By Charlotte Karrlsson-Willis
Published On : Sat, May 31st, 2014
Governor of the Araucanía Region, Francisco Huenchumilla, got into a war of words about how to improve security in his area. Photo courtesy of Mapuexpress
While the hunger strike of Mapuche spiritual leader Celestino Cordova ended Thursday, politicians continue to be at odds about the best way to bring peace in the ongoing conflict between indigenous Mapuche groups and the Chilean state.
Francisco Huenchumilla — the governor for the Araucanía Region which is home the majority of Mapuche land activism — met with the “machi” last week to discuss his motives for the hunger strike. The Mapuche leader was also visited by Sen. Alejandro Navarro on Thursday but Cordova maintains that he stopped his protest for health reasons not because of any discussions with the politicians. Cordova, who is serving 18 years for the 2013 deaths of the Luchsinger-Mackay couple, began his hunger strike on May 12 following the Supreme Court’s rejection of his appeal. He had been protesting for help for his fellow prisoners who had been on hunger strike for 36 days at the time of his own announcement, care for another mapuche prisoner Jose Llanka Tori who is in need of a liver transplant, and a transfer to a different facility in Vilcún where he would be better able to fulfill his role as a spiritual leader.
“As a result of the fight for our Mapuche nation, our ‘machi,’ our spiritual authority, has been sentenced and it is evident that this is a political conviction on the part of the Chilean state,” read the statement from representatives of Cordova when he first announced his hunger strike. “It is a perfect way of protecting the economic interests of all the usurpers and settlers that are within our Mapuche territory, together with large transnational enterprises further spiritually, culturally and economically impoverishing all our people.”
After 18 days without food and dropping 20 pounds, the mapuche healer ended his hunger strike but pledged to continue his fight for his people. However, the debate over the local government’s treatment of Cordova during his protest and future plans to address the ongoing Mapuche conflict in the area continues through a war of words that started after Huenchumilla’s visit.
A member of the Christian Democrat (DC) party who himself is of indigenous descent, Huenchumilla came under fire from fellow politicians and former ministers for meeting with the prisoner.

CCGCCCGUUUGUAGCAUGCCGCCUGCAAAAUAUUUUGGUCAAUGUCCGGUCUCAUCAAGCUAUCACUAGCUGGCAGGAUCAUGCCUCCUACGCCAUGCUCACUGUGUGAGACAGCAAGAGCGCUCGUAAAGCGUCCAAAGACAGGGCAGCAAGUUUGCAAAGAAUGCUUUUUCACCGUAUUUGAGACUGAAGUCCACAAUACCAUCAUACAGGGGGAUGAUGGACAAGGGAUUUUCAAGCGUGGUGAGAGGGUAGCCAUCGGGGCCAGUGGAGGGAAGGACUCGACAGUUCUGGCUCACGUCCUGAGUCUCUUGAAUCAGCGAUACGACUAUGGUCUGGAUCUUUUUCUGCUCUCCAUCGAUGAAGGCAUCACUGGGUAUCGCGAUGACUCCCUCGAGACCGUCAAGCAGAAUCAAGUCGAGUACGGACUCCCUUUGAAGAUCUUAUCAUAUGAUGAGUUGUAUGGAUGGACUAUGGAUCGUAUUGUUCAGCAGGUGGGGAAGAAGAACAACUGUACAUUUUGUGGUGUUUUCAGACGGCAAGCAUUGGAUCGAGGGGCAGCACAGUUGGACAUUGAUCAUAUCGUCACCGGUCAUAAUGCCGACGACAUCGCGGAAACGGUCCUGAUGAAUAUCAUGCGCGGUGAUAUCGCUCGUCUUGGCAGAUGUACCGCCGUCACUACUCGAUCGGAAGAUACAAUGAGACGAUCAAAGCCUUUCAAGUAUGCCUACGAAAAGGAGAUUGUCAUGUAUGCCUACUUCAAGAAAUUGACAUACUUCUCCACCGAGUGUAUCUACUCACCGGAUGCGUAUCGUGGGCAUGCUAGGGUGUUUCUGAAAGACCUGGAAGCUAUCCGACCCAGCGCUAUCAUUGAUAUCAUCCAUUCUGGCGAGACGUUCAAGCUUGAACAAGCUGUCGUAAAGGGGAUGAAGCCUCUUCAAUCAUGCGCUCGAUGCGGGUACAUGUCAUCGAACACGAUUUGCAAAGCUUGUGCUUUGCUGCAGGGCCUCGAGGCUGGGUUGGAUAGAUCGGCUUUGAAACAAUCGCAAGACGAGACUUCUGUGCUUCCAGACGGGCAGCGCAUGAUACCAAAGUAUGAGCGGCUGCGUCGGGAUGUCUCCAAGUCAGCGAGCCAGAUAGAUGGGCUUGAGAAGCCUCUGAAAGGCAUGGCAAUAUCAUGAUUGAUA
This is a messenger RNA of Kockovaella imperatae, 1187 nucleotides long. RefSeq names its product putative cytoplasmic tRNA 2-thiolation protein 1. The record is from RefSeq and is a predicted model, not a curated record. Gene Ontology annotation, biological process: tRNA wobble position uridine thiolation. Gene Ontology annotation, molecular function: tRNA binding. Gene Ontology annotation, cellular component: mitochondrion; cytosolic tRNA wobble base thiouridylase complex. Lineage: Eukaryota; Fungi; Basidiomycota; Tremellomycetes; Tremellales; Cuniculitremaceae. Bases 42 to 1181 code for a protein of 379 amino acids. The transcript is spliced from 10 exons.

Andrés Chadwick, interior minister under the previous administration, called the visit a “grave error” that further victimized the families of those Cordova was found guilty of killing.
“[The visit] was very painful and unjust for the victims of violence … especially for the Luchsinger-Mackay family,” Chadwick told El Mercurio last week. “The attitudes and words of the governor are a grave error … and do not contribute to social peace.”
The issue heated up when the governor replied to this comment by saying he is prepared to take drastic measures to resolve the problems in his region.
“I am able and willing to set myself on fire in the Plaza de Armas in Temuco for social peace if it is necessary,” Huenchumilla said Thursday during a meeting with business leaders in the Auracanía capital.
The governor later clarified his strongly worded statement — which had earned him new criticism from various politicians — saying that he feels supported by President Michelle Bachelet but that there are still some within the Chilean system who do not understand the full situation in his region.
“What I was referring to as the central level that does not understand, I am referring to the Chilean political class as a whole and I do not believe that is is very knowledgeable of the history of Chile in the Araucanía Region,” Huenchumilla said Friday.
Senator for the region and current vice president of the upper house, Eugenio Tuma, said that these grand statements are not what is needed, but rather a legislative bill that the government can work on.
“It is not necessary for the governor to have to light himself on fire in the plaza to get the attention of the central government,” the Party for Democracy (PPD) senator said Friday. “What Huenchumilla should do is bring together the political and social actors in the region with the aim of presenting a draft of a bill that has to do with the reparations to the native peoples and for the Araucanía Region.”
For his part, the governor urged everyone to move the discussion from small issues and incidents to a bigger discussion of the core problems involved.
“I cannot be answering all the criticism that comes from all sides if they do not go to the depth of the issue,” Huenchumilla said.
Source: The Santiago Times